Government technology and Government Resource Planning (GRP) news from last week, found by the FreeBalance Strategy & Innovation Group.
WHERE IS THE SMART CITIES ACTION? There is so much noise about smart cities and smart technology that it is difficult to distill trends. This past week, an article by Skip Descant in Government Technology described how “smaller cities often possess the nimbleness to act quickly in areas of developing and deploying smart city technologies.” A study for smart cities consultancy, Arup, described how cities are taking the lead in climate action. Arup introduced a new term: “Polisdigitocracy” of using digital platforms for citizen engagement. Bill Goodwin in ComputerWeekly explained that smart cities initiatives are overly fragmented, and that technical integration is the key challenge. He also pointed out the need to consider cybersecurity and citizen privacy. Government use of surveillance technology in aid of public security, has led to many privacy concerns. Fabrizio Scrollini of the London School of Economics described the increasing use of surveillance technology by governments in Latin America. Clearly, a lot of action for small cities, climate action, citizen engagement, integration, cybersecurity, privacy and surveillance. It’s looking less like technology as solution, and more like planning as a solution.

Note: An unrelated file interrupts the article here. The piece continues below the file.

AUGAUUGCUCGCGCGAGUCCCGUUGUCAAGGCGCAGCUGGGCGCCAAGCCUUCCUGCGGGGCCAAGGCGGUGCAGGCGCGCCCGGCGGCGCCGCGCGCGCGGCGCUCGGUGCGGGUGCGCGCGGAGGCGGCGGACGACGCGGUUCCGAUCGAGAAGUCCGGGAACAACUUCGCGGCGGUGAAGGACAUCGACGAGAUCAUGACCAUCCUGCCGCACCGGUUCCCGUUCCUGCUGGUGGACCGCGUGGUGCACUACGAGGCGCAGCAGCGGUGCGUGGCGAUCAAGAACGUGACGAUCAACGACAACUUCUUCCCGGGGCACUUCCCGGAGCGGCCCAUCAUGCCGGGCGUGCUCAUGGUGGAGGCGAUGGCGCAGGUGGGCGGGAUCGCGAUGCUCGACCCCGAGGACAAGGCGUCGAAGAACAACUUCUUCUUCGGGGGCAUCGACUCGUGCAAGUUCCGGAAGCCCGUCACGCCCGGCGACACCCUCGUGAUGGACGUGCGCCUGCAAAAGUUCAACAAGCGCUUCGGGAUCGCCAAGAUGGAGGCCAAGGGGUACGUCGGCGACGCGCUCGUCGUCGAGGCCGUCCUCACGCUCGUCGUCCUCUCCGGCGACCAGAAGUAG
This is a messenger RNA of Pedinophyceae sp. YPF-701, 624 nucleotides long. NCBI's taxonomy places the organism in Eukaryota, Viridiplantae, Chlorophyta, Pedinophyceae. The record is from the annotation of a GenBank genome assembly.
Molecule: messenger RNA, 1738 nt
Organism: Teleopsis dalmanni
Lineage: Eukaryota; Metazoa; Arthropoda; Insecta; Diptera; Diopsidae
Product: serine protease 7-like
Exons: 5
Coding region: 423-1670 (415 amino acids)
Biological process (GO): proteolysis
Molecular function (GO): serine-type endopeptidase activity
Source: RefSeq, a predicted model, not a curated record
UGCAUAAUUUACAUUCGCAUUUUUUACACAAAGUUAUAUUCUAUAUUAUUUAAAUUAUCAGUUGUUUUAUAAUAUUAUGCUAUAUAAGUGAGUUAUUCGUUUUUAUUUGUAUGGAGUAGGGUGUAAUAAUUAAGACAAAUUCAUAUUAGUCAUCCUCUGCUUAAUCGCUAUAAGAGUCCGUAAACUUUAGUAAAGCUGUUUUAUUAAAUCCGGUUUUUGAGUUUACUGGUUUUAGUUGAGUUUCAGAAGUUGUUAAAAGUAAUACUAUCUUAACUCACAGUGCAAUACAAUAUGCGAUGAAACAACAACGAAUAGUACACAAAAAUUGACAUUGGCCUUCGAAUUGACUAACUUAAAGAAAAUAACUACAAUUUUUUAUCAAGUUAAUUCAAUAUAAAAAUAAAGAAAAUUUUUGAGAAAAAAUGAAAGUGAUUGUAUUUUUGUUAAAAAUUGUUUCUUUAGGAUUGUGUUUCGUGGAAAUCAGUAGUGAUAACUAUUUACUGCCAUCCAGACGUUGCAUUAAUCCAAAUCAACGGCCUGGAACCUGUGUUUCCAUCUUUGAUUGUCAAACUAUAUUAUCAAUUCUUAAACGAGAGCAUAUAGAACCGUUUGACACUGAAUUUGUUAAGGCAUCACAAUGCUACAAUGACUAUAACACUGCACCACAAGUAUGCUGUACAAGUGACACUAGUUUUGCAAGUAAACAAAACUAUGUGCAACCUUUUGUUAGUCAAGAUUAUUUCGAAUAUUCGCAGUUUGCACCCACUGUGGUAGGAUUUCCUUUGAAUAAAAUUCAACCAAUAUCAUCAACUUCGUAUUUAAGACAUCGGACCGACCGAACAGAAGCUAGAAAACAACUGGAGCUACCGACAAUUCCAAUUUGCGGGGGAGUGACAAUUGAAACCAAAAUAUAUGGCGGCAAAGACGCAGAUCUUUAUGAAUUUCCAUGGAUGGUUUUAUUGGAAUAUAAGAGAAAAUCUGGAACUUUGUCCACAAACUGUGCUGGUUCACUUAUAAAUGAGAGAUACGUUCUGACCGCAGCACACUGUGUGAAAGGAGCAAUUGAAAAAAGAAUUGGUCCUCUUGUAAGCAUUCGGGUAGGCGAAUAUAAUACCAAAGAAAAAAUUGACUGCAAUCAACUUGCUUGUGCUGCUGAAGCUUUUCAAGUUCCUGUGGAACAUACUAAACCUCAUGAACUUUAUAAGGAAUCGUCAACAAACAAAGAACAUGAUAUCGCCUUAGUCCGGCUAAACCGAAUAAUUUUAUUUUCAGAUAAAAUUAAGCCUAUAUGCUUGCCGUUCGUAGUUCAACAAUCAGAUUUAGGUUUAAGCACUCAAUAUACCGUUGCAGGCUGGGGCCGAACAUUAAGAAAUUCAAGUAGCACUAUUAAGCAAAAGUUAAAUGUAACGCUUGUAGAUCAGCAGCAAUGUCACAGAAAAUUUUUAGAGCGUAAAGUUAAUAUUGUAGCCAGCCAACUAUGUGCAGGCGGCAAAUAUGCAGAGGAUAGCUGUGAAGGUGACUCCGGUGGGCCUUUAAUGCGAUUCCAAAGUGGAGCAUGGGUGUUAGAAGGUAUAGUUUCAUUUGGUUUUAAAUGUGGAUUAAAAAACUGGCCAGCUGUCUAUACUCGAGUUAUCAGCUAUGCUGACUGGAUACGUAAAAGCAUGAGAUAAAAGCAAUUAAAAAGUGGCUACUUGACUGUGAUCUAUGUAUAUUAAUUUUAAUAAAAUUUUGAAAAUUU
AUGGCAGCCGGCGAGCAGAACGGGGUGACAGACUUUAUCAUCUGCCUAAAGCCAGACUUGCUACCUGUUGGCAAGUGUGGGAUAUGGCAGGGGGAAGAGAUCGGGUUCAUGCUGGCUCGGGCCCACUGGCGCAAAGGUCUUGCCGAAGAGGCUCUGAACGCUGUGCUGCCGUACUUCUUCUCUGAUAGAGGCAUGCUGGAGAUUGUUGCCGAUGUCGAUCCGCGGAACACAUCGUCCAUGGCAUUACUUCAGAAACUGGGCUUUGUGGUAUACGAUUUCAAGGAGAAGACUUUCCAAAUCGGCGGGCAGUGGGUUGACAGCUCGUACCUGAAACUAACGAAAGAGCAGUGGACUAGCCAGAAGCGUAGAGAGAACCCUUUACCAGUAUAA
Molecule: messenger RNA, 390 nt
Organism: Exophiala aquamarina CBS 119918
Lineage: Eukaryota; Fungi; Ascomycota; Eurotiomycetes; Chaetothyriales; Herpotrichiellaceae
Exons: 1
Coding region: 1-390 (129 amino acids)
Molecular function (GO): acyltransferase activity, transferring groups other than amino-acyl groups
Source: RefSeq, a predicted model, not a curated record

HAVE WE GOT GOVERNMENT PLANNING AND PRIORITIES ALL WRONG? That’s the message coming out of Bhutan. Traditional measures of economic performance often result in negative impact. Nick Abrahams in the Sydney Morning Herald reported on outcomes from the focus on Gross National Happiness (GNH) in Bhutan: “the results of Bhutan’s focus on the happiness of its citizens speak for themselves. Bhutan is one of the top 20 fastest-growing economies in the world (6.5 per cent last year). It was the only country in South Asia to meet all of the UN Millennium Goals. It has a free press, a good education system and there is universal free healthcare.” Meanwhile, Mayuko Tani in Nikkei Asia described Bhutanese efforts to create a GNH certification program for business.
GOVERNMENT FINANCE OPEN DATA NOT MOST POPULAR IN THE US: Nathan Zencey revealed that latest Sunlight Foundation poll that shows that “police and crime” are the most used form of government open data in the United States. Government financial information was found to be 6th. in the top 10 as shown in the Sunlight Foundation infographic.